“The librarian, Anders Kvernberg, otherwise known as Reddit user PisseGuri82, posted an image from the atlas to r/mapporn  … He simply identified the map — which he pieced together from scans of different pages from the atlas — as an Ottoman world map from 1803. …

“The atlas went back into the library’s collections, where it would have stayed, ignored, had Kvernberg not seen a post two weeks later from another r/mapporn user who posted an Ottoman map of Africa from the same year. …

“As Kvernberg learned more about the rare book, the Library of Congress’s page scans started to look very familiar. ‘Then I realized this was the very same atlas I had held in my hands a few weeks earlier,’ Kvernberg wrote on Reddit.

“ ‘I ran off to tell our expert on maps, Benedicte Gamborg Briså, that I had something I thought she should take a look at,’ Kvernberg told The Post. …

“Briså told The Post that the National Library of Norway’s copy of the Cedid Atlas is the 15th known surviving copy — 14 others are held by various libraries around the world.”

Read the whole saga here. Three cheers for highbrow Redditors!

Photo: Nikolaj Blegvad, The National Library of Norway

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Photograph: Julio Cortez/AP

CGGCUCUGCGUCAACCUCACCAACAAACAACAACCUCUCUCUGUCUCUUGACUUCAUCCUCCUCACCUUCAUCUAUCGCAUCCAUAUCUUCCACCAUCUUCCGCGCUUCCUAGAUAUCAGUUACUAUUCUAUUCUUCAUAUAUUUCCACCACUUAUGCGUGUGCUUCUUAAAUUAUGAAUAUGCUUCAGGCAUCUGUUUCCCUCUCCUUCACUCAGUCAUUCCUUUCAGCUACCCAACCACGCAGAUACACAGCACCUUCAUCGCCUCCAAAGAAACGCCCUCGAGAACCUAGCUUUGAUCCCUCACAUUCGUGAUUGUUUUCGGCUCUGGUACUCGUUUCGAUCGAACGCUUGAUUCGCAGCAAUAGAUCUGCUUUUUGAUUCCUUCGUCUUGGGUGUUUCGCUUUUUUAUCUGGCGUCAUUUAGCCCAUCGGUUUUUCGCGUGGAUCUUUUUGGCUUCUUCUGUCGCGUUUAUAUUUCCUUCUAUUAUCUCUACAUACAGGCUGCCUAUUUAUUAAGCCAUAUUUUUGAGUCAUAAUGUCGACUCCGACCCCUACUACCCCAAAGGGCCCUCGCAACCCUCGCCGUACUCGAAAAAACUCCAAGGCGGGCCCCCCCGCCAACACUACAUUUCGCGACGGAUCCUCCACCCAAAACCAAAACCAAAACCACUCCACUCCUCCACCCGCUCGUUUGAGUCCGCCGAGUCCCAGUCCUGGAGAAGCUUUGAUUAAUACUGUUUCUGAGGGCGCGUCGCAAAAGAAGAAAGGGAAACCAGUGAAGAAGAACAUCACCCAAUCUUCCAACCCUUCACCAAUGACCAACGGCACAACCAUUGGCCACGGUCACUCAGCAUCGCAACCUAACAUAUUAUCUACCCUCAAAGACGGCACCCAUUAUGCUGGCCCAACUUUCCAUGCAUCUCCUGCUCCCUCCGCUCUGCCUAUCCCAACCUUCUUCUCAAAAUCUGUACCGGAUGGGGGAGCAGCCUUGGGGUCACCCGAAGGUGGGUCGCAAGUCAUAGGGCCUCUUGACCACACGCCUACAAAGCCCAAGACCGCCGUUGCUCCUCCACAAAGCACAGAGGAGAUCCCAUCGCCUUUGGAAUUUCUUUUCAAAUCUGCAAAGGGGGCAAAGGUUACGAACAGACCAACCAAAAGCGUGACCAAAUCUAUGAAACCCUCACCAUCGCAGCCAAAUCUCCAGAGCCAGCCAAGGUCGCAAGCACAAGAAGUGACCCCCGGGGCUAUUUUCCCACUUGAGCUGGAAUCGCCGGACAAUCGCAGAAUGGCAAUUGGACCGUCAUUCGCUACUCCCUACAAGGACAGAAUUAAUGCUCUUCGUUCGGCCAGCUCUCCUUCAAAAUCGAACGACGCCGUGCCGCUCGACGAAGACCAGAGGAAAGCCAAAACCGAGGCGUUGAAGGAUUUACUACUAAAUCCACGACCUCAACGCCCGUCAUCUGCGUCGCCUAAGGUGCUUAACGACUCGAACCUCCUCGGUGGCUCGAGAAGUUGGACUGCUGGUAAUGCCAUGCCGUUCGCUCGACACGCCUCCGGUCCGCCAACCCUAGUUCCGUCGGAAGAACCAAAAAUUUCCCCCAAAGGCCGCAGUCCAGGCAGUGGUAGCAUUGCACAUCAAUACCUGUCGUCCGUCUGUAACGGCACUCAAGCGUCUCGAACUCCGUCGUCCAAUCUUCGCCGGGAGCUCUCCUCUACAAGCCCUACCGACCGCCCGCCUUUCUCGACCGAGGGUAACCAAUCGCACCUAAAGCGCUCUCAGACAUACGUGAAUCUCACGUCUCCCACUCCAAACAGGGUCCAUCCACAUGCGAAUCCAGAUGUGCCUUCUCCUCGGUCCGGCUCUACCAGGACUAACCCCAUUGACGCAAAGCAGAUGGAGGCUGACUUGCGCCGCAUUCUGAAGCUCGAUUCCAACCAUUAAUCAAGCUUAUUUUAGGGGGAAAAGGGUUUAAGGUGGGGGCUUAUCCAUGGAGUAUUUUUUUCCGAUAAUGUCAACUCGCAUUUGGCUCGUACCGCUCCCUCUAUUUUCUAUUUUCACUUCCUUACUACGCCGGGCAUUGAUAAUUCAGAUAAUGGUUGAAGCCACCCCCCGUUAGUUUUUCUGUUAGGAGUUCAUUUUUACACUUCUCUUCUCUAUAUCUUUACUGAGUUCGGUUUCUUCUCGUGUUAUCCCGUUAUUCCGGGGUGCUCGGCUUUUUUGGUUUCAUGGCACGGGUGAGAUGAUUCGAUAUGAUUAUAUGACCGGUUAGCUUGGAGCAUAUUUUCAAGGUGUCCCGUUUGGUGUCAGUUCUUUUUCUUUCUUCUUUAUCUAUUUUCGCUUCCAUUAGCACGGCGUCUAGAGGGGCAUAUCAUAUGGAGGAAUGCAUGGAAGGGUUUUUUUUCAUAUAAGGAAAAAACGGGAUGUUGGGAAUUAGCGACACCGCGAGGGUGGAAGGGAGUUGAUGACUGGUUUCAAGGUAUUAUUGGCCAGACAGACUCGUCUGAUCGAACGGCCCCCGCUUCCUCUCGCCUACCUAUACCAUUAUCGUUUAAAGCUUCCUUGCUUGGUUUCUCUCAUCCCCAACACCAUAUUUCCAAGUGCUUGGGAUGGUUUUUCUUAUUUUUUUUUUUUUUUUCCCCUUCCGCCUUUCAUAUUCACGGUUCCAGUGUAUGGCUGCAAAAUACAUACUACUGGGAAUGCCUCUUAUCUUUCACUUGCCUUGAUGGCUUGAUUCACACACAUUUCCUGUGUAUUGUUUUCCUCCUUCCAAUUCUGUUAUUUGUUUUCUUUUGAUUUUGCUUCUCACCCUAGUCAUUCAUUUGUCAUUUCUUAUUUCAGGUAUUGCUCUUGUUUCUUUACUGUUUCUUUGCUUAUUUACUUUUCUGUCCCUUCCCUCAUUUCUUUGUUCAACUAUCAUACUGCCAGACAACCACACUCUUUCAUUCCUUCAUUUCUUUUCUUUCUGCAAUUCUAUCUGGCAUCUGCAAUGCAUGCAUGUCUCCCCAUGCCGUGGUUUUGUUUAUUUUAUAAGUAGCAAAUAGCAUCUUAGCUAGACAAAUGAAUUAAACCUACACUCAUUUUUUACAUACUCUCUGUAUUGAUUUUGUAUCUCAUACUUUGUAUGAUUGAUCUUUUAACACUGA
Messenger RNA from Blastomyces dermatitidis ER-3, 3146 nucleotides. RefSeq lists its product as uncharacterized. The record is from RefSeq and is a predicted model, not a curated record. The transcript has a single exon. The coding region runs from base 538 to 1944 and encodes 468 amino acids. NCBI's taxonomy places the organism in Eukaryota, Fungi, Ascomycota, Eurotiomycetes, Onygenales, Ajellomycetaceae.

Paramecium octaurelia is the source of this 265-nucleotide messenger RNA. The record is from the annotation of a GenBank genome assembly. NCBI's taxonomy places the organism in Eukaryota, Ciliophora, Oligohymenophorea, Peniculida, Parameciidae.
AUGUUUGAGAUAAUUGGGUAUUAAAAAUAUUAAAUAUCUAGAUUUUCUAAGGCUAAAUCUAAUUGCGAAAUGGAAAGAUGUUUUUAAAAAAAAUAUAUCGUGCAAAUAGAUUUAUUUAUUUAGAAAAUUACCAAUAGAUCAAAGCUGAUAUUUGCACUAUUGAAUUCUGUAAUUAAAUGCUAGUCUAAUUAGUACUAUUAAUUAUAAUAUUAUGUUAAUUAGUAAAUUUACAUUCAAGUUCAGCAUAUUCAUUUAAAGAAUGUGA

Musician Julio Fernandez during a Voices of Valor music session at Montclair State University.

Today I am returning to the topic of veterans programs that help people overcome post-traumatic stress and reintegrate into civilian life. (Interesting how often these programs involve gardening or the arts — which we always knew were good for us!)

Samantha Henry at the Boston Globe has the story.

“During stressful times as a combat medic in Afghanistan, Mason Sullivan found solace in Vivaldi. New Jersey native Nairobi Cruz was comforted by country music, a genre she had never heard before joining the Army. For Jose Mercedes, it was an eclectic iPod mix that helped him cope with losing an arm during a tour of duty in Iraq.

“These three young veterans all say music played a crucial role in alleviating the stresses of active duty. Now, all three are enrolled in a program that hopes to use music to ease their reintegration into civilian life.

‘‘ ‘It’s a therapy session without the “sit down, lay down, and write notes,” ‘ Mercedes, 26, of Union City, said of the music program. ‘It’s different — it’s an alternative that’s way better.’

“The pilot program, called Voices of Valor, has veterans work as a group to synthesize their experiences into musical lyrics. Guided by musicians and a psychology mentor, they write and record a song, and then hold a CD release party. The program is currently underway at Montclair State University, where students participate through the school’s veteran affairs program.

“Developed by husband and wife team Brian Dallow and Rena Fruchter, it is open to veterans of any age and background. No musical experience is required.” More.

P.S. A word on the power of reddit. John posted my blog entry from yesterday in the Christmas category at reddit and it increased traffic to this site by a factor of 10 so far.